Skepta has successfully made the transition from UK rap royalty to worldwide superstar and at this point, that can't really be stopped. Many have tried. The US border even attempted to simmer his ascendency when just last year he was denied a visa into the United States, forcing the Konnichiwa rapper to cancel an entire leg of his tour, right as he was about to drop his most recent and most anticipated album. But grime has always been a byproduct of resiliency and Skepta isn't new to this.

Konnichiwa still went on to win last year's Mercury Prize. And the Tottenham artist channelled that roadblock into the theme for his current sold out North American tour. The same one that touched down in Toronto on Wednesday night and turned the packed Rebel nightclub into a gritty London rave with the help of incredible graphics, a high-octane stage presence and a list of guests that included Lethal Bizzle, Shorty, Riff Raff and Smoke Dawg. The last time he had performed in the city was the evening his now certified gold project dropped. But a lot has changed in a year.

Toronto DJs Freeza Chin and Jayemkayem, who are both staples in Toronto's grime community, warmed up the show playing not only the regular trap cuts you would expect to hear at any rap show but also the best in grime and UK drill from Kano to AJ Tracey to Abra Cadabra. The packed crowd moshed so fervently, they managed to move the thick steel media pit barricades. And their patience had officially peaked as DJ Maximum took the stage while the lights went black. Just in time for Skeppy.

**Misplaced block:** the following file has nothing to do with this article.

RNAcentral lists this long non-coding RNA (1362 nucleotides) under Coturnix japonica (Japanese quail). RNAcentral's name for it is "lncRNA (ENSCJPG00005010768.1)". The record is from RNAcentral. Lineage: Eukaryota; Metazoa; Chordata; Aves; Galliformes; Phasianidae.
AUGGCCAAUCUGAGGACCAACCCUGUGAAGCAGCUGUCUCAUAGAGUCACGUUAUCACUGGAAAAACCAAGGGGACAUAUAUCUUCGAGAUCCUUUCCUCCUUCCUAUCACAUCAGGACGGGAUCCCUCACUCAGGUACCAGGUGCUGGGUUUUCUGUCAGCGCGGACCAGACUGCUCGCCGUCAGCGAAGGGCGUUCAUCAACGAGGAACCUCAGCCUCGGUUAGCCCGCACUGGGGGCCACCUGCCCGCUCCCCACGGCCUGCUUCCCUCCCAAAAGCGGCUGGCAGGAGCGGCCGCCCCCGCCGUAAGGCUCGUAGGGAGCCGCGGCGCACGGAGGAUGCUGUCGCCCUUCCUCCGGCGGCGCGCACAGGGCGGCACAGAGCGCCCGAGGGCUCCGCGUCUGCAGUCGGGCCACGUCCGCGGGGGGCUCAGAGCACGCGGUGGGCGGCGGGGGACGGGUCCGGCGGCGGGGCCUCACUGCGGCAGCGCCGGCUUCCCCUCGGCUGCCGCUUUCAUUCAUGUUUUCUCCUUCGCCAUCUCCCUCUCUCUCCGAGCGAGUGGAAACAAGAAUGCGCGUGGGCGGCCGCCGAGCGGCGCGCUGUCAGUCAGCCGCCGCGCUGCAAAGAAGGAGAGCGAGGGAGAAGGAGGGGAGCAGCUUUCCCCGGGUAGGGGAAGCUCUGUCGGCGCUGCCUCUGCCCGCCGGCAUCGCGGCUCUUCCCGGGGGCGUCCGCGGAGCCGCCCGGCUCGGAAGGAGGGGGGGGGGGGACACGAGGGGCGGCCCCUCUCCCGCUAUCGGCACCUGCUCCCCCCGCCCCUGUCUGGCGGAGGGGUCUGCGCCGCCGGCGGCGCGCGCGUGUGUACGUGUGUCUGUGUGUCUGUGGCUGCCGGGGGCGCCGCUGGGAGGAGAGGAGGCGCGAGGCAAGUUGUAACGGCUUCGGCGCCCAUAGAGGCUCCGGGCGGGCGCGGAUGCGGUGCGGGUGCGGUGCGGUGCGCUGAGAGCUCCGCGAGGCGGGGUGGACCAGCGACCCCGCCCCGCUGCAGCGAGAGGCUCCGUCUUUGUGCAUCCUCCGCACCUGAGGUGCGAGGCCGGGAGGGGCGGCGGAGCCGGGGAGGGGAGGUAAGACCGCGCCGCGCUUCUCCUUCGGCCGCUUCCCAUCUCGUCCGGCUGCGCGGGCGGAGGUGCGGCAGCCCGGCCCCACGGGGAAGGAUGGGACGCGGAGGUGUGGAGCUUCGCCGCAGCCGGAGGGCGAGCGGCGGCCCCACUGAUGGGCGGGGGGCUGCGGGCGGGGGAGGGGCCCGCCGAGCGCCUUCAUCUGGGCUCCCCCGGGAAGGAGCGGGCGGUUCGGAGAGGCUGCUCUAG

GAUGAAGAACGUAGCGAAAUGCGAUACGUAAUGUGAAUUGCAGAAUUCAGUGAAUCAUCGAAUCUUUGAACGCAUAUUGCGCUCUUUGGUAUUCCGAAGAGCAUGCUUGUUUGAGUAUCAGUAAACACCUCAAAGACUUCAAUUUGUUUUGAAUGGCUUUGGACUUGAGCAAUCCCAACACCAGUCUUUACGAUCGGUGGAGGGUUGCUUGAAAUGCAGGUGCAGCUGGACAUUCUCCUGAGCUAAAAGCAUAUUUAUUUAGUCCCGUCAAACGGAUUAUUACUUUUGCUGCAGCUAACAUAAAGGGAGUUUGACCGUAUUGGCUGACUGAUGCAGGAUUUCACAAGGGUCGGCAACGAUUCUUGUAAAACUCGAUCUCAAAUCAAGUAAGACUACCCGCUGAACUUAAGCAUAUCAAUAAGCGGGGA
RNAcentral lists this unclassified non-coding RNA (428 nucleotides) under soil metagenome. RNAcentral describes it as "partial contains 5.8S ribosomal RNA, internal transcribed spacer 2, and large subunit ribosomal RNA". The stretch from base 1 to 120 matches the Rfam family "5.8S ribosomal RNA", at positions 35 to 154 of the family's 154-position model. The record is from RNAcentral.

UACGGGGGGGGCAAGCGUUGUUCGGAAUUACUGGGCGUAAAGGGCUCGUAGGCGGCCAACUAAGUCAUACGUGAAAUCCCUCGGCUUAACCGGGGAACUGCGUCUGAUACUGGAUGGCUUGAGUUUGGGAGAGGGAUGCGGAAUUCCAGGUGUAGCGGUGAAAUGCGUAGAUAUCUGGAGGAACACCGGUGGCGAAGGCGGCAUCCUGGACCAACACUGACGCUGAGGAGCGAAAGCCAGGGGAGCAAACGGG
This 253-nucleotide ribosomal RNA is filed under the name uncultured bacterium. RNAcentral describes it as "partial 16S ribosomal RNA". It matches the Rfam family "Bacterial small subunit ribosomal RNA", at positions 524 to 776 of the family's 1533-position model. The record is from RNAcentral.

He skipped or rather skanked out of the side stage shadows to the tune of his album title-track in Canadian colours - bright red track pants and a white OVO Athletics tee to a screaming sea of Toronto fans. Hundreds were sardined and thrown around by the sheer power of the crowd. And unlike when Skepta last performed in Toronto, where he had premiered the album, fans now rapped every word - including his Lethal Bizzle collaboration 'I Win,' which quite literally just dropped.

Behind him, graphics of police sirens, graffiti and London street signs flashed their sentiments, turning Skepta's performance into a sweaty theatrical reinterpretation of the music that's transcended his UK borders. "You're nothing like me, I'm a fucking villain. Go against me, that's a tough decision," Skepta rapped on his More Life interlude, celebrating the connection between both London and Toronto's music cultures while declaring the statement that most should have been aware of all along. Skepta's global takeover is about much more than hype. And if this sold-out 14-stop Banned From America tour has proved one thing, it's that a legacy can be invincible.

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